The challenge arises when addressing emerging citites such as Mumbai, Bangalore, Beijing, Shanghai, Chongqing, New Delhi or Bogota (4), with densities from 3 to 10 times higher than the “ideal” 3800ppl/km2. Slums in these cities have a key socioeconomic role, they are often used as a gate for immigrants coming from rural areas to find a temporary settlement and to eventually be able to find a job and thus enter the formal market. The precarious living conditions, sanitation deficiencies and corrupted informal economies are a source of anxiety.

If we think back on the history of some of the chosen “most livable cities,” we find a recurrent pattern of explosion of growth with subsequent stabilization. Yet the scale of these new metropolis and building capabilities are unprecedented. Even if we can greatly learn from existing urban models, new challenges will need to be addressed – for which testing and a great degree of political will be needed.



(3)’s_most_livable_cities links to Monocle, Mercer and EIU

(4)  Global Cities Index and Emerging Cities Outlook


What is the Cost of Density

What is the appropriate size of cities? 

By Oscar Quintanilla

While academics and practitioners are arguing for more urban density, agglomerations and bigger cities, I question whether their apparently simple argument is fundamentally right. Many argue that urban density is more sustainable than its alternative, and while I agree that there are great benefits from having compact and dense cities, this option, by itself, cannot be sustainable either. Looking at rapidly urbanizing developing countries, where sustained rural – urban and urban – urban migration is creating cities of unimagined sizes, I wonder at what point urban agglomeration does more harm than good. What should the size of a city be? What affects this?

As we saw in two recent case studies, cities are faced with tough decisions and tradeoffs, and while density is theoretically a good thing, many factors determine the point where cities should stop growing. Like in the Mexico City case, where the delivery of water was becoming more challenging and costly, or in Bogota, where the city was deciding between a bus rapid transit (BRT) and a Metro system, questions about the size of the city and the appropriate density should be considered carefully.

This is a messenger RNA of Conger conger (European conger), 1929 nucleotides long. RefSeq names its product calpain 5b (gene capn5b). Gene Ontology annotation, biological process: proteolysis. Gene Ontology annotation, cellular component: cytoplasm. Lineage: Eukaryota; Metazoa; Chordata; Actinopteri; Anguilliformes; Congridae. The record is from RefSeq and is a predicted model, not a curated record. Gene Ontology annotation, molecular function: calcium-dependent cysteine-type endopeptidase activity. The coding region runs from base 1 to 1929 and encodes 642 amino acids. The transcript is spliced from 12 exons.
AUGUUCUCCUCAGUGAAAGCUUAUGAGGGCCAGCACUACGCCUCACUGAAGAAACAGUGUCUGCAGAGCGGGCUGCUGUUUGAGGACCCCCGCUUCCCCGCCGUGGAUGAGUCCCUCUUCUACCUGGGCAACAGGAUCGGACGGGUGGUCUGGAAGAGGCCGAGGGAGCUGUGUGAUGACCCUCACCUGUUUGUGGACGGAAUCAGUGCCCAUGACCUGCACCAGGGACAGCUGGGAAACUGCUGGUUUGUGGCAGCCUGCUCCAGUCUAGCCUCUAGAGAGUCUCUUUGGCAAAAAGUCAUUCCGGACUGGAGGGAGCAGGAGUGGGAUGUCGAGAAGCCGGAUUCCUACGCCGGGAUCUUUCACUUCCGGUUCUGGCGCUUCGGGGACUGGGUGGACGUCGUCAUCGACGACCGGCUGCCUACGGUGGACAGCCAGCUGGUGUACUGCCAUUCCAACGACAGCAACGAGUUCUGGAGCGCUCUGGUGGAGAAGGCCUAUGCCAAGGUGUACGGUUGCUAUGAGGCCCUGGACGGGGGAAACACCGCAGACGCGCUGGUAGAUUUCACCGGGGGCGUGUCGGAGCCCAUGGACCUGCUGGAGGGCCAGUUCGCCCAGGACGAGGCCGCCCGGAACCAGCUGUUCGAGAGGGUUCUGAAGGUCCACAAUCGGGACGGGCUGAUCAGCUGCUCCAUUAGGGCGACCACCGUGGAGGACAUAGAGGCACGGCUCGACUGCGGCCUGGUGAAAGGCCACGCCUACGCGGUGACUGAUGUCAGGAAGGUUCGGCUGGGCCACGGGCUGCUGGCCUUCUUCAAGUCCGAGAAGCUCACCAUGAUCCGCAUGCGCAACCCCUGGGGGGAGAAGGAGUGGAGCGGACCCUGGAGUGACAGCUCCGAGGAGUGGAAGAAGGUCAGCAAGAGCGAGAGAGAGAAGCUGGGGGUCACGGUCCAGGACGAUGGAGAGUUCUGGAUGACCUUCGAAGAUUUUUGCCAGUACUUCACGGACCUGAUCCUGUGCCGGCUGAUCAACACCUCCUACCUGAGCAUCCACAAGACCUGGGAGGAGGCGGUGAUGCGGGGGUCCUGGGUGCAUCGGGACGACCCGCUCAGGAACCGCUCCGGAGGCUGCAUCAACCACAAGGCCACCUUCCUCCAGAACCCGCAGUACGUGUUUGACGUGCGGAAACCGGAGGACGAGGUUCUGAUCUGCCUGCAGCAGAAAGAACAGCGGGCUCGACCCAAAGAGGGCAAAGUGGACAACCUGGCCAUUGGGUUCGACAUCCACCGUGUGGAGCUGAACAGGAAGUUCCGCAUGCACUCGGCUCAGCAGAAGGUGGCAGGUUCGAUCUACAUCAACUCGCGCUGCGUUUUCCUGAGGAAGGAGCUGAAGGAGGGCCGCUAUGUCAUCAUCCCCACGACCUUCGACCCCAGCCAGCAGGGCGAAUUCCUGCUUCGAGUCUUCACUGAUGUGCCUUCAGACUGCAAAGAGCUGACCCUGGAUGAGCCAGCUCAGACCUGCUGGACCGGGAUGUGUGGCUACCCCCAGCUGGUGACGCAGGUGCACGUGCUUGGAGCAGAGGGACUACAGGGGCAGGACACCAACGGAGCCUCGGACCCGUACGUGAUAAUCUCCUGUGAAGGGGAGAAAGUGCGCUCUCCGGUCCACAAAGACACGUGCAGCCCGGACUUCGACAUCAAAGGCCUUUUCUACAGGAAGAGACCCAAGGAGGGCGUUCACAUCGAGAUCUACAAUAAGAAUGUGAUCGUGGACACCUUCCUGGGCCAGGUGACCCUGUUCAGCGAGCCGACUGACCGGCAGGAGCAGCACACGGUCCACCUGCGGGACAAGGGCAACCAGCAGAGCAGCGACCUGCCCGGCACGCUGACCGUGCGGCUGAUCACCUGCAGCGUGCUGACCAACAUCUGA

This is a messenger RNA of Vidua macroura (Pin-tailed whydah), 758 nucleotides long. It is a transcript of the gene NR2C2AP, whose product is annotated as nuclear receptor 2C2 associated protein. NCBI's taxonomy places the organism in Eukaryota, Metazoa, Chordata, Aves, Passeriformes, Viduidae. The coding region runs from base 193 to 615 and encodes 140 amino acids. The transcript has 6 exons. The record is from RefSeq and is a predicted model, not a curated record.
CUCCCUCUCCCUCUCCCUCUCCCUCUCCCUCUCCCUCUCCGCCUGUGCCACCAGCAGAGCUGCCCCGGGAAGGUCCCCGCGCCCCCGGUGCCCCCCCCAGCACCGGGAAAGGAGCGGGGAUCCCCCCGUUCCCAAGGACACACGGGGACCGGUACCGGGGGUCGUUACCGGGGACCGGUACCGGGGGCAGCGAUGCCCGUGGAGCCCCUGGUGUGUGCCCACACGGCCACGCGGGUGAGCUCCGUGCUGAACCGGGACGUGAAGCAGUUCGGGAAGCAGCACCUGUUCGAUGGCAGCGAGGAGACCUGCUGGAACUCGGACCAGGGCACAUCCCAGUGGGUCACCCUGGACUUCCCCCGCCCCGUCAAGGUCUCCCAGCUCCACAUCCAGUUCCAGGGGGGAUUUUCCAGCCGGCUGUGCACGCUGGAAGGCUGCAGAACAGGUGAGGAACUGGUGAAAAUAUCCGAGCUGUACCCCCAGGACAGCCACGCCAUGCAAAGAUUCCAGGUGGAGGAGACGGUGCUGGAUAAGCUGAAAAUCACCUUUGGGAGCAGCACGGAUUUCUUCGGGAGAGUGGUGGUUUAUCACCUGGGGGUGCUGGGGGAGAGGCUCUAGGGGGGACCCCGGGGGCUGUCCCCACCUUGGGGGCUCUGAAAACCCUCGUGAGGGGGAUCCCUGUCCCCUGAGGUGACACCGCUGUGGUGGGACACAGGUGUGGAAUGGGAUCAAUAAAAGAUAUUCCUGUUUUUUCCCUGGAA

While many argued that a Metro system would provide the capacity that Bogota needs for its future, should Colombia support a continuously growing Bogota? The Metro might cost as much as 150 million dollars per kilometer, a lot more than the expected 22 million for an additional kilometer of BRT. While the BRT system seems to be reaching its capacity, a Metro system is very expensive and would require an operational subsidy that the BRT doesn’t require. Should Colombia support the infrastructure for an even bigger Bogota? Or should it aim to support growth and infrastructure in mid sized cities?

The Mexico City question is even more pressing. Water scarcity, droughts, and a fast depletion of its ground water supply are challenging the city, the region and the national economy. While the first thought is to invest in the infrastructure needed to support the 8.84 million people that live in Mexico City proper, at what cost for the local, regional and national and governments? Is Mexico better off with a constantly growing metropolis or with more balanced urban concentrations?

The case for density is appealing. More people together in less space is environmentally responsible, allows cities to support major infrastructure and supports the idea based economy of the 21st century. Yet cities are not all made of the same material, the same people, have the same supporting hinterland, or have the geographic characteristics to support it.